The following post was submitted by Neven Jurkovic. Neven is the creator of Algebrator, a math tutoring software. Currently, he lives in San Antonio, TX and is the CEO of Softmath: http://softmath.com/ .
Several advantages to having 1:1 technology in a classroom (such as a class set of laptops or iPads) are obvious. For example, student work in 1:1 classrooms can be more effectively differentiated to meet a wide variety of learning abilities, students can publish their written pieces and multimedia projects for a potentially global audience, and students can become technologically fluent at a time when technology plays a critical role in almost every workplace.
I would argue that educational technology, when implemented well, can play another important role in the classroom: it can serve to strengthen a classroom’s sense of community. This assertion flies in the face of the common notion that technology, despite its amazing power as a communication tool, actually serves to hinder the social development of those who use it most frequently.
So how can it be done? How can technology serve to strengthen, rather than weaken, a classroom community? Here are three key ways to do just that:
1. No more “sage on the stage”: With Internet-connected technology at the students’ fingertips, the teacher no longer needs to be the primary source of information in the classroom. Whether your students are studying the causes of World War II or the stages of mitosis, teacher-directed lectures can be replaced with collaborative tasks that allow students to take a more active role in learning about a topic and then producing content (such as through a class wiki) designed to teach those understandings to others. Content can be “jigsawed,” with various groups of students researching different aspects of a certain topic, then presenting their findings to each other.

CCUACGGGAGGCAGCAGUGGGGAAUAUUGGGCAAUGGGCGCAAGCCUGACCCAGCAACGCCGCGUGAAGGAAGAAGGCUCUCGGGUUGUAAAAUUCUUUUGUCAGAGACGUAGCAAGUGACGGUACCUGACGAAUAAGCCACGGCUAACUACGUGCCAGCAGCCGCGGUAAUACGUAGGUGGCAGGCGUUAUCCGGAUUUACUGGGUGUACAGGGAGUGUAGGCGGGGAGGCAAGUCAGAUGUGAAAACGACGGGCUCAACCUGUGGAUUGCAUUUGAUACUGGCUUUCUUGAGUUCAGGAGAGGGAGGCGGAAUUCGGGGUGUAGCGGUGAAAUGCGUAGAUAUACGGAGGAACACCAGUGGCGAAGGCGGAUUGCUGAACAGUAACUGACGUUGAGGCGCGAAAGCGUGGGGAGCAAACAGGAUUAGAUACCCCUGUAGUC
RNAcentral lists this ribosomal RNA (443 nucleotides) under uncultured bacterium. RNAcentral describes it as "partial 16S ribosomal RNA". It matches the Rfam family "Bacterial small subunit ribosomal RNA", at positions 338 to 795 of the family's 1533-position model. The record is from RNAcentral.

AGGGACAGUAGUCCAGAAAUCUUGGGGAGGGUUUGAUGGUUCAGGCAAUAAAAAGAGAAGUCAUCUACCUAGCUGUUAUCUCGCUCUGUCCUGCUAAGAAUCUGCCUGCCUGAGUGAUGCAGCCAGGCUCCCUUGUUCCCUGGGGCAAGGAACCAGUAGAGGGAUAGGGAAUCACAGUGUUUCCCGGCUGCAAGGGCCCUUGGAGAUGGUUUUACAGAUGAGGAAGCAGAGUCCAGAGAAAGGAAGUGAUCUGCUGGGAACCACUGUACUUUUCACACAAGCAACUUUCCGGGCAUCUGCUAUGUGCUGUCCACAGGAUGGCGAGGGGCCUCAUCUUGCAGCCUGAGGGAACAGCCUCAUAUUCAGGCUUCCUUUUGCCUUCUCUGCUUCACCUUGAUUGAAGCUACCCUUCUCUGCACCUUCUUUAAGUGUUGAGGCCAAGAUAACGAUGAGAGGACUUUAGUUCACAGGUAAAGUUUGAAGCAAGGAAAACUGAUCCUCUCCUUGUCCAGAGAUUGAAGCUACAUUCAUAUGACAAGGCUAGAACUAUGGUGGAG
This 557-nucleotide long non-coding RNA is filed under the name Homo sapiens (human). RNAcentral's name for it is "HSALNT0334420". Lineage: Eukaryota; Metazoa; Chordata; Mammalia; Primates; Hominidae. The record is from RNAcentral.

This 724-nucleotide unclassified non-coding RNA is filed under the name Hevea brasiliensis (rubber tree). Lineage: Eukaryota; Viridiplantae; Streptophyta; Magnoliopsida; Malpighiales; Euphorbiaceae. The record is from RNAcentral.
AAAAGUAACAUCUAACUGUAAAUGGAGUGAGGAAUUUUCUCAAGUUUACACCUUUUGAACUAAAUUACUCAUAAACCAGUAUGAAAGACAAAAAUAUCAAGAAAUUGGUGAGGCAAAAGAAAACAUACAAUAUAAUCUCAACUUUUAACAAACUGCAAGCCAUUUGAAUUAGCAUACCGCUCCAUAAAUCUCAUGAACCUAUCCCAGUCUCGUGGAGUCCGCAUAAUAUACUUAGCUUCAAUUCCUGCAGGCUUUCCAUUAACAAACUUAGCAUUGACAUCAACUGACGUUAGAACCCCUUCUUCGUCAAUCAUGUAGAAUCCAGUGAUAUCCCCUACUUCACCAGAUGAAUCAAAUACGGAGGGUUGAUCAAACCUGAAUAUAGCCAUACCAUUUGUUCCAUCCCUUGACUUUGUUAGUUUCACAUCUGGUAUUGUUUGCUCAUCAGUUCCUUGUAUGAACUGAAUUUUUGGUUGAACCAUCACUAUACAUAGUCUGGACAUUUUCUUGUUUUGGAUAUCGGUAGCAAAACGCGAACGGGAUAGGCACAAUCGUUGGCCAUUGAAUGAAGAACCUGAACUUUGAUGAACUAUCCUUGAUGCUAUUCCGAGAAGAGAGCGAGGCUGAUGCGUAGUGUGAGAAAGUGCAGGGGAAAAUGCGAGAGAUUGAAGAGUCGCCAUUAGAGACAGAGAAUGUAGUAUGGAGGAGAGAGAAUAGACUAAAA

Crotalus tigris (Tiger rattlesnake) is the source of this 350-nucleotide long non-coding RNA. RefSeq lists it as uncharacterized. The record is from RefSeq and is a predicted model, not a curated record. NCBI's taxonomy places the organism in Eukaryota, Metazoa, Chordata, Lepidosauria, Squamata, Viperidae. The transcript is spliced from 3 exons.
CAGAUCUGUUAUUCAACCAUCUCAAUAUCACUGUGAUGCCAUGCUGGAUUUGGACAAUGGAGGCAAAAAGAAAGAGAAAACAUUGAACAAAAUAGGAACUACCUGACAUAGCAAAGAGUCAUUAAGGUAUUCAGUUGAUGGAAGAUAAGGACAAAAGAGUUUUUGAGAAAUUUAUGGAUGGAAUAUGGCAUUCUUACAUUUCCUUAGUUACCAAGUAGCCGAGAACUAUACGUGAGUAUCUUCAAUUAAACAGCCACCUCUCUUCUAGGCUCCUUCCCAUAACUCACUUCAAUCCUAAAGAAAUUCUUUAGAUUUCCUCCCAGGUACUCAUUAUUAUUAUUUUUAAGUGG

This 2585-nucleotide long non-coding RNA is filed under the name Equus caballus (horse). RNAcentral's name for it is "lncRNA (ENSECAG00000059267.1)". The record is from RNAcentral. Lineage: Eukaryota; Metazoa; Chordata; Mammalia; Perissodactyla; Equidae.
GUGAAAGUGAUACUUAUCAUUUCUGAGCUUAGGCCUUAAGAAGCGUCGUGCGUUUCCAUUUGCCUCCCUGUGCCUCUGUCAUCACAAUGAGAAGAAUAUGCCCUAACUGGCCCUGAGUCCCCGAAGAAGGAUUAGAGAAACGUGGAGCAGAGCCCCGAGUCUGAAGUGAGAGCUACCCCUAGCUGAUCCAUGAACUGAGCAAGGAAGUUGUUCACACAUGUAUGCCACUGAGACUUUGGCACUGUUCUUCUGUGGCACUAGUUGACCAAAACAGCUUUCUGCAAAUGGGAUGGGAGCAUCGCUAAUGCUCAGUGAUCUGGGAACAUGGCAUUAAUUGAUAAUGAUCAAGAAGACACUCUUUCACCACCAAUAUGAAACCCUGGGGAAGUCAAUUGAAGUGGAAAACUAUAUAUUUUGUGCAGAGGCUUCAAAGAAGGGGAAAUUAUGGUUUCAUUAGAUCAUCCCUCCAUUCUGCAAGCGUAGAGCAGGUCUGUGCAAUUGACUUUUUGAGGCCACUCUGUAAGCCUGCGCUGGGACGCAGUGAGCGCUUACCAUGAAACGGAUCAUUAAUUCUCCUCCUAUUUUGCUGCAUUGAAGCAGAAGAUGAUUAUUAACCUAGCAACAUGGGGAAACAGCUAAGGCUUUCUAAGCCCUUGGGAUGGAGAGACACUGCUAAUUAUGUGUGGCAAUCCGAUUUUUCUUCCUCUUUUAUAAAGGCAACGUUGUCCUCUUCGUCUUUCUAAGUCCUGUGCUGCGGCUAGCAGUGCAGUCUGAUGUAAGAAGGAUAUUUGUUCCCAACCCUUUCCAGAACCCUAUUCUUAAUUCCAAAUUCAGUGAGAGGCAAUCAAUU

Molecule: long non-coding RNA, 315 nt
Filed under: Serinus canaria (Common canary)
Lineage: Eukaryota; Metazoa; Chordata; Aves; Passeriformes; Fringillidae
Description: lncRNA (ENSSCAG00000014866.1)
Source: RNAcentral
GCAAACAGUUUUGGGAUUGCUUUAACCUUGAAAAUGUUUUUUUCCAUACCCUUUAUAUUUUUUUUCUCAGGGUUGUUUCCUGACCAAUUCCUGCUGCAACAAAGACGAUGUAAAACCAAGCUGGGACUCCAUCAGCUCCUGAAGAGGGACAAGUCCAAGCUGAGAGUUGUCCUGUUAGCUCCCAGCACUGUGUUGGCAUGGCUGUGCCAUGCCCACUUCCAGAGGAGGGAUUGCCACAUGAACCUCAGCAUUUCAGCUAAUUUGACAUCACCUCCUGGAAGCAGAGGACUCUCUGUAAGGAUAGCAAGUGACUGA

2. Students as tech experts: Just as the students can be empowered to take on the role of collaborative researchers (and even instructors) when it comes to the subject matter at hand, so too can students be empowered to help each other to learn new technology skills. Whether it’s a 3rd grader who wants to post a photo on her blog for the first time or a 7th grader who needs help editing his time-lapse video, other classmates who know how to help should be called upon to do so whenever possible.
3. Drawing everyone into the conversation: A common problem with traditional in-class discussions is that a few certain voices tend to dominate the conversation. Technology can serve as an outstanding equalizer, allowing more introverted students an avenue through which their voices can be heard. Whereas a whole-class conversation typically requires students to speak one at a time, an online backchannel also has the benefit of dramatically expanding the conversation space to allow all students’ thoughts to be recorded (and commented upon) simultaneously.
When utilized well, technology has the potential to not only serve as a differentiation and publishing tool; it can also dramatically strengthen a classroom’s sense of community.
About the Author:
Neven Jurkovic’s interest in teaching with technology developed while pursuing a Master of Science degree at Southwest Texas State University. Apart from publishing a number of papers on the application of artificial intelligence in elementary mathematics problem solving, Neven is the creator of Algebrator, a math tutoring software. Currently, he lives in San Antonio, TX and is the CEO of Softmath: http://softmath.com/ .